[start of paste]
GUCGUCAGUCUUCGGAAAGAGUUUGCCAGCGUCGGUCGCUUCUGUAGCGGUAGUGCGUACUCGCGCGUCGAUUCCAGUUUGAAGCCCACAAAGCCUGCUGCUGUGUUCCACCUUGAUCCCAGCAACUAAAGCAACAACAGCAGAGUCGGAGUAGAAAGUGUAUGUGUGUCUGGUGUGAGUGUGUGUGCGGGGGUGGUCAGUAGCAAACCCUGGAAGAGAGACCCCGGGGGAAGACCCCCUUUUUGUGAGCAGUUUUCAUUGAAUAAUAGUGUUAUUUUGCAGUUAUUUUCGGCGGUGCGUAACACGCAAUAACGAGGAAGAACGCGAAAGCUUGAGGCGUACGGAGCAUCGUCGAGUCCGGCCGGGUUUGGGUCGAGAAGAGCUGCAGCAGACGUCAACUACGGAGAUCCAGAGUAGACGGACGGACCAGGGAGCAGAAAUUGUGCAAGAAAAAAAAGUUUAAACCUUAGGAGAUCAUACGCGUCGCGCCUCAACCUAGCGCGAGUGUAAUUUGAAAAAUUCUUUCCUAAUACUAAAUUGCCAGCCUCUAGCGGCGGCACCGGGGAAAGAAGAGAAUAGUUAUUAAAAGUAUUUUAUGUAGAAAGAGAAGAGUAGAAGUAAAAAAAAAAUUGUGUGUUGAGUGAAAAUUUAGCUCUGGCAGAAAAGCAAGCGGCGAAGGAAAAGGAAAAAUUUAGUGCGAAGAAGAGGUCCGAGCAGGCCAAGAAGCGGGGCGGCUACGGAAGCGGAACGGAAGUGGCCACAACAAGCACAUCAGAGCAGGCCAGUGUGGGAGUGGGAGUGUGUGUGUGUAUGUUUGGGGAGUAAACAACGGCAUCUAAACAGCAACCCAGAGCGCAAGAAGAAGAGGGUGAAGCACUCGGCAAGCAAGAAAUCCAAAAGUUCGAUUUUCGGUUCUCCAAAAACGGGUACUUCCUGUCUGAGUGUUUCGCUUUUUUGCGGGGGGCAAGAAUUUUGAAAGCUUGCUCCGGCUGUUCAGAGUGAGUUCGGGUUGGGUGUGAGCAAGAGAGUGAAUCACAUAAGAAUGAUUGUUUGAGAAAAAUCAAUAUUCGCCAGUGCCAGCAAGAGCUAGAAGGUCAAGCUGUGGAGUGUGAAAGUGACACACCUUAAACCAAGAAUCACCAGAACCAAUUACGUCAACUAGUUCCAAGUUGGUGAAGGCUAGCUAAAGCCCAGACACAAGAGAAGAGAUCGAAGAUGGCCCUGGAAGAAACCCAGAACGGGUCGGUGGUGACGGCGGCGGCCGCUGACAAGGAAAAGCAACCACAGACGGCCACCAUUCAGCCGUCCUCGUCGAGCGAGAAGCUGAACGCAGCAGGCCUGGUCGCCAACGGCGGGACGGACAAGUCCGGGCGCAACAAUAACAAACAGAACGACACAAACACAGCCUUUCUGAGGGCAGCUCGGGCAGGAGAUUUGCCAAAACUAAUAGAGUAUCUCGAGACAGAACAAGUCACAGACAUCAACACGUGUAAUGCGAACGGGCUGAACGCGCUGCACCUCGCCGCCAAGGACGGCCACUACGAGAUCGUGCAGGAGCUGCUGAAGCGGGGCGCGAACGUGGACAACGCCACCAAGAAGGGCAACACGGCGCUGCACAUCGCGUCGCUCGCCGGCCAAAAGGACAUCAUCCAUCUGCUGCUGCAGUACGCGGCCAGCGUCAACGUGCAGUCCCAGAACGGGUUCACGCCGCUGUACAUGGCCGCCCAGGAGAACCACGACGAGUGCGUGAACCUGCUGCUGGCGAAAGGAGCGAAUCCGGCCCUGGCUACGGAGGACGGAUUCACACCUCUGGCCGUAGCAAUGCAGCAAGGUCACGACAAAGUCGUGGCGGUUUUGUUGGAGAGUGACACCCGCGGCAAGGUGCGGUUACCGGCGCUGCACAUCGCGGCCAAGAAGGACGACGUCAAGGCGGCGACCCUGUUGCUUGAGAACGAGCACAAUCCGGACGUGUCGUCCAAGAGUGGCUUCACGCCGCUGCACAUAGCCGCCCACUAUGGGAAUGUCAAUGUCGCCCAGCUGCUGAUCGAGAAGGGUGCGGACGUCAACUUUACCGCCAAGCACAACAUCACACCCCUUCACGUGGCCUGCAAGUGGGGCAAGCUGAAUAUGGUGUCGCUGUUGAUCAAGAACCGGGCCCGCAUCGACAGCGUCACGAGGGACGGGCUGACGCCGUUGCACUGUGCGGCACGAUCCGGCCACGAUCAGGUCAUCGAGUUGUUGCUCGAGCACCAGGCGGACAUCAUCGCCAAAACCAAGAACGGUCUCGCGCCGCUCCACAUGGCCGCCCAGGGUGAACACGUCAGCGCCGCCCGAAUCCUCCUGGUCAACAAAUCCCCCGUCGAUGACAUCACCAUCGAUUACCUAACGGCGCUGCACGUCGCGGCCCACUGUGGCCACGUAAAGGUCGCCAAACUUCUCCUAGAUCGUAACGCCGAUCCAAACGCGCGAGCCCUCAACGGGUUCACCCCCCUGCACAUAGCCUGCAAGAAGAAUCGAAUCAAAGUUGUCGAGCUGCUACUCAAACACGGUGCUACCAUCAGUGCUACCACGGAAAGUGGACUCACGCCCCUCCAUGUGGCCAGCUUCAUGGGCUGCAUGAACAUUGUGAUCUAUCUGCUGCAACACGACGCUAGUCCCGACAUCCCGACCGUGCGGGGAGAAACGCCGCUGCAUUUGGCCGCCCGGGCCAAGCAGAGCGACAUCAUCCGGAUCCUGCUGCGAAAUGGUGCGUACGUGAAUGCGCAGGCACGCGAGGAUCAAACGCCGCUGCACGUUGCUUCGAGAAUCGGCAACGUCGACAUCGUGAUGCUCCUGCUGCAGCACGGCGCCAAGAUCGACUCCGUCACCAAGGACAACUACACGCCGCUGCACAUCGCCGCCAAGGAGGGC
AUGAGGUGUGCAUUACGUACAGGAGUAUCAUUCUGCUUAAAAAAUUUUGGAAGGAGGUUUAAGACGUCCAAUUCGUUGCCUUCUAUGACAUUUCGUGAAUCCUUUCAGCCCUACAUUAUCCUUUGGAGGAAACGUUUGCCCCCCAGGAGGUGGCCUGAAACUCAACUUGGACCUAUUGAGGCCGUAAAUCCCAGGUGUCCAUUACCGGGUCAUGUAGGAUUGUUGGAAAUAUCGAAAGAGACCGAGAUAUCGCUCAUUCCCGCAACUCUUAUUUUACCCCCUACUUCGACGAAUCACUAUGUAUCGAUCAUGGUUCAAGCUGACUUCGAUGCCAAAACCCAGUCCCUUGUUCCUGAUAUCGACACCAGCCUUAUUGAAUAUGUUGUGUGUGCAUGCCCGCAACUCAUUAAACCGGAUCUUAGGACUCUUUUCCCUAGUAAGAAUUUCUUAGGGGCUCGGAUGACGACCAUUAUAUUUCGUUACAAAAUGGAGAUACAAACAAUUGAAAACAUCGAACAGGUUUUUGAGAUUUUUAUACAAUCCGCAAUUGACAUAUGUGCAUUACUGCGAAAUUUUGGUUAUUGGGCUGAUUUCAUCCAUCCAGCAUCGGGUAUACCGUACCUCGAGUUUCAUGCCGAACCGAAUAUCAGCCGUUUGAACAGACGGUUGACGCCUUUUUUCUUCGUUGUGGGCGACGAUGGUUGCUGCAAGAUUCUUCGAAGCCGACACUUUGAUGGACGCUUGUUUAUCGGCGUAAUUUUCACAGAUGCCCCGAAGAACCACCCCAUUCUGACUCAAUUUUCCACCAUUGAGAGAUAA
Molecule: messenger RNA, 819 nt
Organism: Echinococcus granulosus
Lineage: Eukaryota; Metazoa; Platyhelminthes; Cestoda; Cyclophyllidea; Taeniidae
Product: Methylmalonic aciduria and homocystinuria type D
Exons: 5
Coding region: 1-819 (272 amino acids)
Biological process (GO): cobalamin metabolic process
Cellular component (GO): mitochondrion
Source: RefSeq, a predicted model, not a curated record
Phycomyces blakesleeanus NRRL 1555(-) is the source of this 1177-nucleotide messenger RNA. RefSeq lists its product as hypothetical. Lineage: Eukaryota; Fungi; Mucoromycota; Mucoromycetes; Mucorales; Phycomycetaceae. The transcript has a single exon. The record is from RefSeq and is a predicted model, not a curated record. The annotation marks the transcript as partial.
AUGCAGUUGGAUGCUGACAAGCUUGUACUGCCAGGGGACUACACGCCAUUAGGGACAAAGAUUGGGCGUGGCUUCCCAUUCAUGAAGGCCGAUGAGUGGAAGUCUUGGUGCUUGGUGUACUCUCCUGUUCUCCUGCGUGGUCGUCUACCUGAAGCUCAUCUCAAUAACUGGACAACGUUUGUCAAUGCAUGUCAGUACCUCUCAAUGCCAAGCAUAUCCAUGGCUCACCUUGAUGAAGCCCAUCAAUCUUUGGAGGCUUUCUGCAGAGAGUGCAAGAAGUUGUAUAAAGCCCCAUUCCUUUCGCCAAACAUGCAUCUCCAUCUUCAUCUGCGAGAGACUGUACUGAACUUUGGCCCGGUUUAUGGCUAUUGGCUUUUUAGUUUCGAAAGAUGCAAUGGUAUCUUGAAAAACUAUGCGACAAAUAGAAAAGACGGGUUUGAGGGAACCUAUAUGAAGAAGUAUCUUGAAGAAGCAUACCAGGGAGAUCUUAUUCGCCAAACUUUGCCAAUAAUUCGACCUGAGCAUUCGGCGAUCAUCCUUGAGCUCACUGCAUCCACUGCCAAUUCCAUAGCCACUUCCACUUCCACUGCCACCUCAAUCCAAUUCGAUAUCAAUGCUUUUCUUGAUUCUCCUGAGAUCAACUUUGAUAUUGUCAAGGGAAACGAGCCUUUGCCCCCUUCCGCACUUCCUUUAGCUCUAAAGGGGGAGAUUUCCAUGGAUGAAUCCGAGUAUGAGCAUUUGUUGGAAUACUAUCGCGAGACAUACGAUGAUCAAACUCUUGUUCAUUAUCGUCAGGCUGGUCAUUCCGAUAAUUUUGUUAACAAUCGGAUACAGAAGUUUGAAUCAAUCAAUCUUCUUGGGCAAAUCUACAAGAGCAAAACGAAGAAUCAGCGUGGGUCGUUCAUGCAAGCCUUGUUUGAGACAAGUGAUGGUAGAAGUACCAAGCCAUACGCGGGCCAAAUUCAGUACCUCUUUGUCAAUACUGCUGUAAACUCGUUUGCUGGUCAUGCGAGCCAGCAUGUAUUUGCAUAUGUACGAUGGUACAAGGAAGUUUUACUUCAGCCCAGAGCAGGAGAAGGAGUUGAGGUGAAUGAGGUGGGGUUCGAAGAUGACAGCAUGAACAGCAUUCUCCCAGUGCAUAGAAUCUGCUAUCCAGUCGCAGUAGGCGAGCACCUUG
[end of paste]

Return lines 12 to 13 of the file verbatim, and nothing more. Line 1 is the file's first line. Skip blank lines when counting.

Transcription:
Phycomyces blakesleeanus NRRL 1555(-) is the source of this 1177-nucleotide messenger RNA. RefSeq lists its product as hypothetical. Lineage: Eukaryota; Fungi; Mucoromycota; Mucoromycetes; Mucorales; Phycomycetaceae. The transcript has a single exon. The record is from RefSeq and is a predicted model, not a curated record. The annotation marks the transcript as partial.
AUGCAGUUGGAUGCUGACAAGCUUGUACUGCCAGGGGACUACACGCCAUUAGGGACAAAGAUUGGGCGUGGCUUCCCAUUCAUGAAGGCCGAUGAGUGGAAGUCUUGGUGCUUGGUGUACUCUCCUGUUCUCCUGCGUGGUCGUCUACCUGAAGCUCAUCUCAAUAACUGGACAACGUUUGUCAAUGCAUGUCAGUACCUCUCAAUGCCAAGCAUAUCCAUGGCUCACCUUGAUGAAGCCCAUCAAUCUUUGGAGGCUUUCUGCAGAGAGUGCAAGAAGUUGUAUAAAGCCCCAUUCCUUUCGCCAAACAUGCAUCUCCAUCUUCAUCUGCGAGAGACUGUACUGAACUUUGGCCCGGUUUAUGGCUAUUGGCUUUUUAGUUUCGAAAGAUGCAAUGGUAUCUUGAAAAACUAUGCGACAAAUAGAAAAGACGGGUUUGAGGGAACCUAUAUGAAGAAGUAUCUUGAAGAAGCAUACCAGGGAGAUCUUAUUCGCCAAACUUUGCCAAUAAUUCGACCUGAGCAUUCGGCGAUCAUCCUUGAGCUCACUGCAUCCACUGCCAAUUCCAUAGCCACUUCCACUUCCACUGCCACCUCAAUCCAAUUCGAUAUCAAUGCUUUUCUUGAUUCUCCUGAGAUCAACUUUGAUAUUGUCAAGGGAAACGAGCCUUUGCCCCCUUCCGCACUUCCUUUAGCUCUAAAGGGGGAGAUUUCCAUGGAUGAAUCCGAGUAUGAGCAUUUGUUGGAAUACUAUCGCGAGACAUACGAUGAUCAAACUCUUGUUCAUUAUCGUCAGGCUGGUCAUUCCGAUAAUUUUGUUAACAAUCGGAUACAGAAGUUUGAAUCAAUCAAUCUUCUUGGGCAAAUCUACAAGAGCAAAACGAAGAAUCAGCGUGGGUCGUUCAUGCAAGCCUUGUUUGAGACAAGUGAUGGUAGAAGUACCAAGCCAUACGCGGGCCAAAUUCAGUACCUCUUUGUCAAUACUGCUGUAAACUCGUUUGCUGGUCAUGCGAGCCAGCAUGUAUUUGCAUAUGUACGAUGGUACAAGGAAGUUUUACUUCAGCCCAGAGCAGGAGAAGGAGUUGAGGUGAAUGAGGUGGGGUUCGAAGAUGACAGCAUGAACAGCAUUCUCCCAGUGCAUAGAAUCUGCUAUCCAGUCGCAGUAGGCGAGCACCUUG